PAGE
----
The state legislature opened Monday morning with an extra touch of optimism 퀌� la Louis Armstrong’s "What A Wonderful World." However appropriate the cheerful tone may be for an opening ceremony, the newly opened session is expected to hold drawn-out battles over basic issues such as the budget, gay rights and tweaks to land-use law.
The legislature is no stranger to extended arguments. Disagreements over budgets kept legislators in Salem through August 2003 in a record-setting five special sessions, so Monday’s pledges to keep partisan fights to a minimum are a welcome if empty promise.
Central to the legislators’ concerns is the 2005-07 budget proposed by Gov. Ted Kulongoski.
The largest criticism of the way the $11.9 billion is divided comes from education advocates, who say the $5 billion allotment isn’t enough to maintain current quality of public education.
The governor said his proposed $5 billion for state aid to schools is not adequate but "is all we can afford given our current revenues."
In his State of the State Address, Kulongoski reiterated his commitment to stay within the limited budget while improving Oregon’s economy by funding education.
While acknowledging that the current budget is inadequate for virtually every program, he echoed his December speech outlining the budget with his now-familiar line, "This is what you get with the money we have."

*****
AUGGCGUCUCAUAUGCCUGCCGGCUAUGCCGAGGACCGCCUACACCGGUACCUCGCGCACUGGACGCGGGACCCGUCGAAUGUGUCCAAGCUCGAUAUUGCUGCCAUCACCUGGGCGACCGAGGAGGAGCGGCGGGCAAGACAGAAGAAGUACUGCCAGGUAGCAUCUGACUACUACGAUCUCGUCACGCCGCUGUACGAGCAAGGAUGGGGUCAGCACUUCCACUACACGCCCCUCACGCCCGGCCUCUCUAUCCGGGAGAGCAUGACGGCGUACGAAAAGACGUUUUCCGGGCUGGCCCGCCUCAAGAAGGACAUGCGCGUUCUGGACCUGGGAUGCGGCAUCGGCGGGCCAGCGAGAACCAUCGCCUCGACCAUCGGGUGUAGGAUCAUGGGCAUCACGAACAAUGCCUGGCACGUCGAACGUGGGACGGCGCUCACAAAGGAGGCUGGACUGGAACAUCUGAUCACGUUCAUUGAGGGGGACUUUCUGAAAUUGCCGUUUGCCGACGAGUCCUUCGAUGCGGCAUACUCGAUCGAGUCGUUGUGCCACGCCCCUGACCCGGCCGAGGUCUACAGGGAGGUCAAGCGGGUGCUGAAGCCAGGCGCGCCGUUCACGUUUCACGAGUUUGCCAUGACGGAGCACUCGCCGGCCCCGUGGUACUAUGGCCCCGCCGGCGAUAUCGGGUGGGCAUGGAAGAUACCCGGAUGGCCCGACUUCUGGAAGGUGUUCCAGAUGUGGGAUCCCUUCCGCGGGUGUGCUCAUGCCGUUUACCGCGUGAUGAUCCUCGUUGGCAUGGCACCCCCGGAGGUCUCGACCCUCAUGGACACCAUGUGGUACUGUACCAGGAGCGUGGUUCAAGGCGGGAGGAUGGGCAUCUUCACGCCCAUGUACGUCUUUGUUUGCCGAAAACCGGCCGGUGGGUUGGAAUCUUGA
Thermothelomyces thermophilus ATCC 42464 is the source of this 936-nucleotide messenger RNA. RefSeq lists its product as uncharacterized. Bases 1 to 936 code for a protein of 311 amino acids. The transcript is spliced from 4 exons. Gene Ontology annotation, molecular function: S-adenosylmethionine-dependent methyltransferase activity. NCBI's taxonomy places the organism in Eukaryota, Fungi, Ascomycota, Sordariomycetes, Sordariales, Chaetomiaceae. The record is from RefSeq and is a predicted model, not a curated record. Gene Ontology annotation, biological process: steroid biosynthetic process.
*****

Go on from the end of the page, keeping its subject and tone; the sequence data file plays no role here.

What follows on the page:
Prior to the session, both Democrats and Republicans widely pledged to not raise taxes.
The governor said he no longer viewed higher taxes as an option for stretching the budget since voters have voted down two proposed hikes in two years.
Kulongoski touched on several other points that legislators will deal with this session. The governor proposed a bill to end discrimination against gays in housing and employment.
"We also face a great moral challenge: to make sure that opportunity is an open door through which every citizen can pass – not a revolving door that turns for some and doesn’t budge for others," Kulongoski said.
On a related note, legislators are gearing up for a vote on civil unions, which would afford some of the rights of marriage to same-sex couples.
Legislators must also come to a consensus on any changes to Measure 37, the recently introduced law that would compensate landowners when land-use laws decrease the value of property.
Democrats hold the Senate 18-12. Republicans control the House with 33 of the 50 members.